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NCSA’s Clowder to be Leveraged in $3 Million Effort to Support Permafrost Data Analytics

Photograph of cracks form in tundra soils as the surrounding ground collapses due to melting of underlying ice wedges

Cracks form in tundra soils as the surrounding ground collapses due to melting of underlying ice wedges, which are part of the permafrost. Credit: Anna Liljedahl photo

A $3 million National Science Foundation grant will develop and establish the Permafrost Discovery Gateway, an online resource that will support scientists as they work to better understand changes in permafrost in the Arctic.

A group of institutions, including the National Center for Supercomputing Applications (NCSA) at the University of Illinois at Urbana-Champaign, will seek to combine expertise across a variety of disciplines, including high-performance computing, geospatial mapping, and atmospheric sciences, in order to provide one of the most accurate and high-resolution permafrost documentation efforts ever. In turn, researchers hope this will ultimately help measure how our environment responds to a changing climate.

The new effort will leverage NCSA’s involvement in NSF’s envisioned research cyberinfrastructure for the 21st century, specifically around a component being developed for data management, curation, and analysis, called Clowder, itself at the heart of a recent NSF Cyberinfrastructure for Sustained Scientific Innovation (CSSI) award.

NCSA will play a critical role in transforming the experimental work done using artificial intelligence to detect permafrost features into operational workflows that are capable of providing accurate information about the changing Arctic.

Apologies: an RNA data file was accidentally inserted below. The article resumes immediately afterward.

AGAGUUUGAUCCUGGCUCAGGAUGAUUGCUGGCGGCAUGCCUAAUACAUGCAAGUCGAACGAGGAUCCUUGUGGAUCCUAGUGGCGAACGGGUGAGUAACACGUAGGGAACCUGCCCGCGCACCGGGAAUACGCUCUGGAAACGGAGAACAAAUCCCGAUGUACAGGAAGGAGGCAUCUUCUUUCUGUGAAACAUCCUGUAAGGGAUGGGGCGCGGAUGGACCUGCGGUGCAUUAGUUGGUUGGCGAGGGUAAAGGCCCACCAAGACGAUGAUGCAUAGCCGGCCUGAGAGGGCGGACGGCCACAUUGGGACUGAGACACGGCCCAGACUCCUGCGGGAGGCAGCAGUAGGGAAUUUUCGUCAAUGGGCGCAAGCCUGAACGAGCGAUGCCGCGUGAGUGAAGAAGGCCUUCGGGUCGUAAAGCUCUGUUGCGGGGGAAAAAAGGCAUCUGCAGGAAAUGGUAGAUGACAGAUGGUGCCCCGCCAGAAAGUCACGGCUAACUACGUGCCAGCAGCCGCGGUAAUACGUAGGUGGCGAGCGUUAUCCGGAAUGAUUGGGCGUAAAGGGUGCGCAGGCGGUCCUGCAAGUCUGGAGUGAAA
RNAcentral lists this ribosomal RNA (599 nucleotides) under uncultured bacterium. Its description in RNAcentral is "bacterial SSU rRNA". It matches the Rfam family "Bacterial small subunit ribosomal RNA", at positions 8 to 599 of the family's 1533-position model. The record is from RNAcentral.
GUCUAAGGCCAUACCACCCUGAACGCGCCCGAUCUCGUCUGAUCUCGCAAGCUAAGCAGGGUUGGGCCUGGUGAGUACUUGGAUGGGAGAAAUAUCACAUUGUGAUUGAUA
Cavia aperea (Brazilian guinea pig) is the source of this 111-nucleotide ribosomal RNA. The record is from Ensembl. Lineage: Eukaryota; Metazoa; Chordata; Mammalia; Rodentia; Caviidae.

Aiman Soliman, NCSA Research Scientist, Project Co-PI

Clowder will be leveraged by the Arctic Data Center to support the creation, sharing, and usage of derived data products from satellite data utilizing a number of community created machine learning models to identify permafrost artifacts within the imagery.

“NCSA strives to bridge and amplify the efforts it supports, identifying common needs around data, software, and computation and through that providing solutions that leverage activity from many different efforts towards a common more robust and sustainable long term solution. Clowder is one of those examples,” said Kenton McHenry, Principal Research Scientist and Deputy Director of Scientific Software & Applications at NCSA. “The Polar Discovery Gateway will leverage Clowder to provide a user friendly web interface, what is known as a science gateway, to advanced machine learning and data discovery tools allowing scientists to more easily explore the data and create new derived data products around permafrost changes in the environment.”

The development of the Permafrost Discovery Gateway is a collaboration between the University of Alaska-FairbanksThe Ohio State University, the University of Connecticut, and the National Center for Ecological Analysis and Synthesis.

Water pools in recently formed depressions caused by the thawing of ice-rich permafrost in ice-wedge polygon tundra, Deadhorse, Alaska. July 2019. Credit: Anna Liljedahl photo

You can read the full news release below:


CONTACT: Jeff Richardson, 907-474-6284,

A new online scientific resource will document changing permafrost conditions at the sub-meter scale throughout the Arctic, providing researchers, educators and the public with new opportunities for exploration and discovery.